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J Struct Biol. 2012 Mar;177(3):630-7. doi: 10.1016/j.jsb.2012.02.003. Epub 2012 Feb 16.

Beam-induced motion of vitrified specimen on holey carbon film.

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  • 1Department of Biochemistry, Rosenstiel Basic Medical Sciences Research Center, Brandeis University, MS029, 415 South Street, Waltham, MA 02454, USA.

Abstract

The contrast observed in images of frozen-hydrated biological specimens prepared for electron cryo-microscopy falls significantly short of theoretical predictions. In addition to limits imposed by the current instrumentation, it is widely acknowledged that motion of the specimen during its exposure to the electron beam leads to significant blurring in the recorded images. We have studied the amount and direction of motion of virus particles suspended in thin vitrified ice layers across holes in perforated carbon films using exposure series. Our data show that the particle motion is correlated within patches of 0.3-0.5 μm, indicating that the whole ice layer is moving in a drum-like motion, with accompanying particle rotations of up to a few degrees. Support films with smaller holes, as well as lower electron dose rates tend to reduce beam-induced specimen motion, consistent with a mechanical effect. Finally, analysis of movies showing changes in the specimen during beam exposure show that the specimen moves significantly more at the start of an exposure than towards its end. We show how alignment and averaging of movie frames can be used to restore high-resolution detail in images affected by beam-induced motion.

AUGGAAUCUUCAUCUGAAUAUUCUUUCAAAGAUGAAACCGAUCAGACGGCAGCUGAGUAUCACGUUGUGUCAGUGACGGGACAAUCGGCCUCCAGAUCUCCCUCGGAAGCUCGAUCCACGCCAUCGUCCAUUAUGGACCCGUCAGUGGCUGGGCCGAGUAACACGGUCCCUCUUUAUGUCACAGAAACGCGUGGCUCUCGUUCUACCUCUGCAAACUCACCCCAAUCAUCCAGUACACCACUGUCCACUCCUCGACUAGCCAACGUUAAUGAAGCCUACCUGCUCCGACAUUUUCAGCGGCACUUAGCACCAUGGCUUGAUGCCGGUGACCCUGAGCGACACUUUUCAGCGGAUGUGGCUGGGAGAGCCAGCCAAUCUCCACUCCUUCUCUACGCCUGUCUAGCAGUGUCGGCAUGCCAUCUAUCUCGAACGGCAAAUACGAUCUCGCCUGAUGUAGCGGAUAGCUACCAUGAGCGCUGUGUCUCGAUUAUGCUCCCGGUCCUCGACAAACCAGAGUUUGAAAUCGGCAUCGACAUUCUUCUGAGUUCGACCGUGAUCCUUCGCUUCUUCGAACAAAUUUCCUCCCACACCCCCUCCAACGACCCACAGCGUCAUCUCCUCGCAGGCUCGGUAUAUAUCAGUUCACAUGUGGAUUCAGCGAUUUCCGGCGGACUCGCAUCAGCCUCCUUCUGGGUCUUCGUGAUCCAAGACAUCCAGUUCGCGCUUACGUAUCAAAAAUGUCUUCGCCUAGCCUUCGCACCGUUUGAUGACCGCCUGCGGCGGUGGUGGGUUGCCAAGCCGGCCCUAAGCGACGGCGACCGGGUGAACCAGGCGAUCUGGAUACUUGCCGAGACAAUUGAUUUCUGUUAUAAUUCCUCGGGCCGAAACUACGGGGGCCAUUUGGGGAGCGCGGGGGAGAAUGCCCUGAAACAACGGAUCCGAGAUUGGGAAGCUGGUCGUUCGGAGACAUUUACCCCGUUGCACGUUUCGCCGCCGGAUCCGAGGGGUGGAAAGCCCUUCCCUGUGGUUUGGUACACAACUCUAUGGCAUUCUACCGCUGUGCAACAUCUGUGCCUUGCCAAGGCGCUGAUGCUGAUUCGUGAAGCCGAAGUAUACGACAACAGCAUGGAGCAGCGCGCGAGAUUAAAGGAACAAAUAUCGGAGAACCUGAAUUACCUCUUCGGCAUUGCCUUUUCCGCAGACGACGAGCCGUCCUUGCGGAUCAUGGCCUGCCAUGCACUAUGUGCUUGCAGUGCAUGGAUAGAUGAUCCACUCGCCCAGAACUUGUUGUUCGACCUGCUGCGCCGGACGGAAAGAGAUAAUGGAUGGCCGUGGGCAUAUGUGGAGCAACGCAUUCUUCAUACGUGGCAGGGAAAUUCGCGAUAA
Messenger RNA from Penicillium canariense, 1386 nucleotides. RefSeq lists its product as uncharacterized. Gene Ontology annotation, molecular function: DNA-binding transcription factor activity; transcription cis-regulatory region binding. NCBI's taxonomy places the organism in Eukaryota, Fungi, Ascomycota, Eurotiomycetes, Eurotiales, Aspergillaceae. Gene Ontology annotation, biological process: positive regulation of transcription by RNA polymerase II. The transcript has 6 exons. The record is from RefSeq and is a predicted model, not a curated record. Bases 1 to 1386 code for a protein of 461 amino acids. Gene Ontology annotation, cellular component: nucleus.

Copyright © 2012 Elsevier Inc. All rights reserved.

PMID:
22366277
[PubMed - indexed for MEDLINE]
PMCID:
PMC3322646
Free PMC Article

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